Two new species of Roncus L. Koch, 1873 (R. svarozici n. sp. and R. svanteviti n. sp.), collected in eastern and southeastern Serbia, Yugoslavia, are described and their distribution is given. A supplementary description of R. pljakici Ćurčić, 1973, is provided as well.
A new species of Coperonus, C. pinguis, is described from the Antarctic deep sea. It is the first record of an Antarctic deep-sea species in this genus and the southernmost record of Coperonus.
S. van der Spoel
The shell of Peraclis valdiviae (Meisenheimer, 1905) from Banda Sea specimens proved to be of a slender Peraclis bispinosa-like type. The specimens showed a very shallow distribution in the Banda Sea due to relatively high deep-water temperatures and vertical mixing.
Eduardo Hajdu and Rob W.M. van Soest
Various records of A. simplex Carter, 1879 from the Atlantic are assigned to three new species of the sponge genus Asteropus Sollas, 1888, viz.: A. brasiliensis sp. n., A. vasiformis sp. n., and A. niger sp. n., whereas A. simplex s.s. is restricted to the Indo-Pacific. A worldwide study of Asteropus specimens resulted in the conclusion that two species groups exist, namely “simplex ”- like species (with true sanidasters), and “sarasinorum”- like species (with spiny microrhabds), as previously observed by Bergquist (1965, 1968). A newly discovered microsclere complement of trichodragmata in the first group strengthens the need for generic distinction of both lineages, and accordingly the name Melophlus Thiele, 1899 is reinstated for the “sarasinorum” species group. A key to the West Atlantic species of Asteropus is provided. The family allocation of Asteropus and associated genera in the Coppatiidae Topsent, 1898 is discussed, with the conclusion that the family is undoubtedly a polyphyletic assemblage related to various astrophorid groups (Hooper, 1986; Van Soest, 1991).
Stygiomysis aemete n. sp., a new subterranean mysid (Crustacea, Mysidacea, Stygiomysidae) from the Dominican Republic, Hispaniola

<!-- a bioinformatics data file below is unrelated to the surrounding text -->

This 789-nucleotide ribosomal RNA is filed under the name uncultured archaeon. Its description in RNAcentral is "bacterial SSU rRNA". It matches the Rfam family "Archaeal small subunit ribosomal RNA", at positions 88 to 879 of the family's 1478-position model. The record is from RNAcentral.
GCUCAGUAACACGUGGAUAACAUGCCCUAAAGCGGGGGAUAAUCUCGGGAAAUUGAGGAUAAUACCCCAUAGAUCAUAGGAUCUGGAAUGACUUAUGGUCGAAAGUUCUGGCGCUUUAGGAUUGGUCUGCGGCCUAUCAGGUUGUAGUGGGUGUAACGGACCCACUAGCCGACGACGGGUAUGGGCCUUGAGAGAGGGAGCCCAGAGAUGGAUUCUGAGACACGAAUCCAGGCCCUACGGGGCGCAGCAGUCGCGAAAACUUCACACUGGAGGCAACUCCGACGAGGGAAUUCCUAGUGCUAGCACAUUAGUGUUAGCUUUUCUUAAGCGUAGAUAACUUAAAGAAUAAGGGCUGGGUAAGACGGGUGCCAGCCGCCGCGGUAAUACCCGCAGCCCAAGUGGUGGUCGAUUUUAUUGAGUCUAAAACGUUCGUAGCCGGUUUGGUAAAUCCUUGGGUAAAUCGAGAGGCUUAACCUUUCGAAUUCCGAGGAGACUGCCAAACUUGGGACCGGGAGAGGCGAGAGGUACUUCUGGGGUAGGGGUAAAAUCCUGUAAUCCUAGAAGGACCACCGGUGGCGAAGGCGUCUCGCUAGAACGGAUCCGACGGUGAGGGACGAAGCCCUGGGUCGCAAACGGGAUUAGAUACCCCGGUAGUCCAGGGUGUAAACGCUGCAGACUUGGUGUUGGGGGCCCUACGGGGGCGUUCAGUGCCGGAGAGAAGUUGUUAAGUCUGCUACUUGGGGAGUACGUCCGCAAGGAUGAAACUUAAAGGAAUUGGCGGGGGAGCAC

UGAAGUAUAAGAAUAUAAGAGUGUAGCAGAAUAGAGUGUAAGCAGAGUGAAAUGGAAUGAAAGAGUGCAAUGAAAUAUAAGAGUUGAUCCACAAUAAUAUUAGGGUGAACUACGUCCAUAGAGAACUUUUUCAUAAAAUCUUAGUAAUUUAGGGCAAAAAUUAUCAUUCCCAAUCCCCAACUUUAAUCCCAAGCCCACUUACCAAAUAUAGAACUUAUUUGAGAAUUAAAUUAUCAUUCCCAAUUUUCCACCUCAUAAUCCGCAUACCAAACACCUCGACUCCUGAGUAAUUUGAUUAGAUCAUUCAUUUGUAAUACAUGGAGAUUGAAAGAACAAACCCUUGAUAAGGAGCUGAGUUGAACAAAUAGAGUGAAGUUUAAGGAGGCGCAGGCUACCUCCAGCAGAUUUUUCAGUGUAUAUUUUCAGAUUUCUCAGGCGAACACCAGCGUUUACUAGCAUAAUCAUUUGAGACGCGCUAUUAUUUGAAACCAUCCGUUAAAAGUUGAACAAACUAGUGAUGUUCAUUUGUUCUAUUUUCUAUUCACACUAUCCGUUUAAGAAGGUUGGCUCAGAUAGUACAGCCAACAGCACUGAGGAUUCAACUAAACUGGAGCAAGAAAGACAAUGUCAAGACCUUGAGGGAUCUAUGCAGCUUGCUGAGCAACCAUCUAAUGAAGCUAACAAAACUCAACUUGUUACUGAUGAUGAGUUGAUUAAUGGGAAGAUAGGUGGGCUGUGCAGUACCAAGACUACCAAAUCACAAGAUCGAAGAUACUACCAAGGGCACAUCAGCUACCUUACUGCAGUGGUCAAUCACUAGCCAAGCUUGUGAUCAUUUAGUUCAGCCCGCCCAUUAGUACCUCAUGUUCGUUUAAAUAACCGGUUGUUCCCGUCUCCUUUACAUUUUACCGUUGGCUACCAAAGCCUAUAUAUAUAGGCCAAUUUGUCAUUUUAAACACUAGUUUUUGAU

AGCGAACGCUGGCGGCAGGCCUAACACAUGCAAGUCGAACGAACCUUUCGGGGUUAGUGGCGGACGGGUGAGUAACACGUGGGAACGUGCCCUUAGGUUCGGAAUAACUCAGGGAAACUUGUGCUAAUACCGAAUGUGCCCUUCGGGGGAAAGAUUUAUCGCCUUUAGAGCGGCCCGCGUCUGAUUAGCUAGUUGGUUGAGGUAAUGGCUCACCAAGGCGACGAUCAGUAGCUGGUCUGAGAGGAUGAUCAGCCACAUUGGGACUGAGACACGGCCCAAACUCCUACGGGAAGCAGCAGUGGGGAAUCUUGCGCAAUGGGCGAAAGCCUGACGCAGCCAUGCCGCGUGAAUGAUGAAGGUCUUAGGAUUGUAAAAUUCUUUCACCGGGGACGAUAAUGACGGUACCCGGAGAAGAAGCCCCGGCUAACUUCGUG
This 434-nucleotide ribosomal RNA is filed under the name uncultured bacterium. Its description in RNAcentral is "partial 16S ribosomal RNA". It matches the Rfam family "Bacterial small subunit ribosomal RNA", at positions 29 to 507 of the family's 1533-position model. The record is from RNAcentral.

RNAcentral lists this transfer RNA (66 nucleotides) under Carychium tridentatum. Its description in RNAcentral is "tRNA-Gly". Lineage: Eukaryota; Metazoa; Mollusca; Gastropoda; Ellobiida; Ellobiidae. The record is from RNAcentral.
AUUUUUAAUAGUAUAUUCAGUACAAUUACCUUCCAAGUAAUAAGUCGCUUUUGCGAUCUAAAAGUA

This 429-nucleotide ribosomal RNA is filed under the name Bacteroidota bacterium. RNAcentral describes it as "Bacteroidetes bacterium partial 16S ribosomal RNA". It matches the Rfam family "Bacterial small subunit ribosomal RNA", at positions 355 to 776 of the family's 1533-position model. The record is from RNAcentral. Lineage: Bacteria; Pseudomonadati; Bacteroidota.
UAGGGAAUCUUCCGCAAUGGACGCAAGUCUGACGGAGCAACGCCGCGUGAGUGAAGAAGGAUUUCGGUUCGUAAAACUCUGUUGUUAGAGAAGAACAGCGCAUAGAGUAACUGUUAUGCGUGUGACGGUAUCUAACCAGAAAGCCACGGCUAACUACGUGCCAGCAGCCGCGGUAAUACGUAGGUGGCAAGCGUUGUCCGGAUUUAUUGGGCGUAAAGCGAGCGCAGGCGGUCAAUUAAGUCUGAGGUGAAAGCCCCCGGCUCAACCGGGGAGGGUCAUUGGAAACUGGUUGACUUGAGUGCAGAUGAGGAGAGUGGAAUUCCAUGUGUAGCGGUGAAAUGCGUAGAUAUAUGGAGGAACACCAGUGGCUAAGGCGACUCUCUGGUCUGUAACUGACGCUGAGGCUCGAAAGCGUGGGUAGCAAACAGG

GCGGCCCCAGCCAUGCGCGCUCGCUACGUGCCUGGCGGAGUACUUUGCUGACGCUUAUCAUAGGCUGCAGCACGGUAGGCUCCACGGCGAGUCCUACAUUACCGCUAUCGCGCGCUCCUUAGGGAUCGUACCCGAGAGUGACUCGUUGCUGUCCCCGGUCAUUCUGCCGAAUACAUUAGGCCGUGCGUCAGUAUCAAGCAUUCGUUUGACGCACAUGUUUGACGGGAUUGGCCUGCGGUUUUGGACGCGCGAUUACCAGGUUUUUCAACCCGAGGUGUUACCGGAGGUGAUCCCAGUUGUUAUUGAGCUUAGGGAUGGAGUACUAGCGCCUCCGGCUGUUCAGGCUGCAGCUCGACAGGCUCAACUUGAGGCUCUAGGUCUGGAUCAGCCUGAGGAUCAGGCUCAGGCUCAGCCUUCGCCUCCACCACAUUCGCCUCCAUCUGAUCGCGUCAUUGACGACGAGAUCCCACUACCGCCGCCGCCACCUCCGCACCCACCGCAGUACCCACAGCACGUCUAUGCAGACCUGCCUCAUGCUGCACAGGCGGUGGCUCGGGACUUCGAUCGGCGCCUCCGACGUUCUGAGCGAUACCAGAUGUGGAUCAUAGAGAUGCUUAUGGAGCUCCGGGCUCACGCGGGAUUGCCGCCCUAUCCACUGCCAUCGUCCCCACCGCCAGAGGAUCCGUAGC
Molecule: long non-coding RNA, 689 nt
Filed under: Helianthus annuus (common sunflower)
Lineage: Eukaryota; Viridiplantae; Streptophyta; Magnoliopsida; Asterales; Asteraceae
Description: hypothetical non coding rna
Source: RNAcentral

Amsterdam Expeditions to the West Indian Islands, Report 72
During the Amsterdam Expedition to the Dominican Republic a new Stygiomysis species, S. aemete, was captured in a well about 5 km east of the Haitian border in the Pedernales Province. Its relation to the other Caribbean Stygiomysis species as well as the biogeography of the genus is discussed.
A.J. de Boer
The viridis group is proposed for a supposedly monophyletic group of seven New Guinean species of the cicada genus Baeturia Stål, 1866. Three species (B. brongersma Blöte, B. rufula Blöte, and B. viridis Blöte) are redescribed and four species (B. furcillata, B. karkarensis, B. lorentzi, and B. turgida) are described as new to science. A key to the males is provided. The phylogenetic position of the viridis group within the genus Baeturia is discussed. The distribution of shared characters suggests a subdivision of the group into two subgroups. One subgroup is restricted to southern and western Irian Jaya, while the other is distributed along the coastal mountain ranges of northern New Guinea, including Karkar Island.
Guilherme Ribeiro Lotufo and Carlos Eduardo Falavigna da Rocha
Cuipora janaina gen. n., sp. n., and Cyclopina caiala sp. n. are described from the interstitial water of a sandy beach in Salvador, Bahia (Brazil).
Metacirolana agaricicola Kensley, 1984 from the Caribbean Sea of Colombia is redescribed, with particular reference to its sexual dimorphism. Metacirolana agujae n. sp., known only from Colombia, is decribed. The interspecific affinities of both species are discussed and notes on their habits are given.
S. van der Spoel and J. Bleeker
The distribution, temperature, and size ranges of 60 species of myctophids in the North Atlantic between 55°N and 24°N along approximately 30°W are recorded for the four seasons. The general zoogeography and migration is discussed. Faunal groups of species, faunal borders, and transition zones near 50°N, 41 °N, and 29°N for myctophids are distinguished and discussed.
The new combination Hamza ciliaris (Linnaeus) is proposed for a cicada species widely distributed in Maluku ( = Moluccas), Timor, Banda, Kei and Banggai Islands, the Philippines, and the Palau group of the Caroline Islands.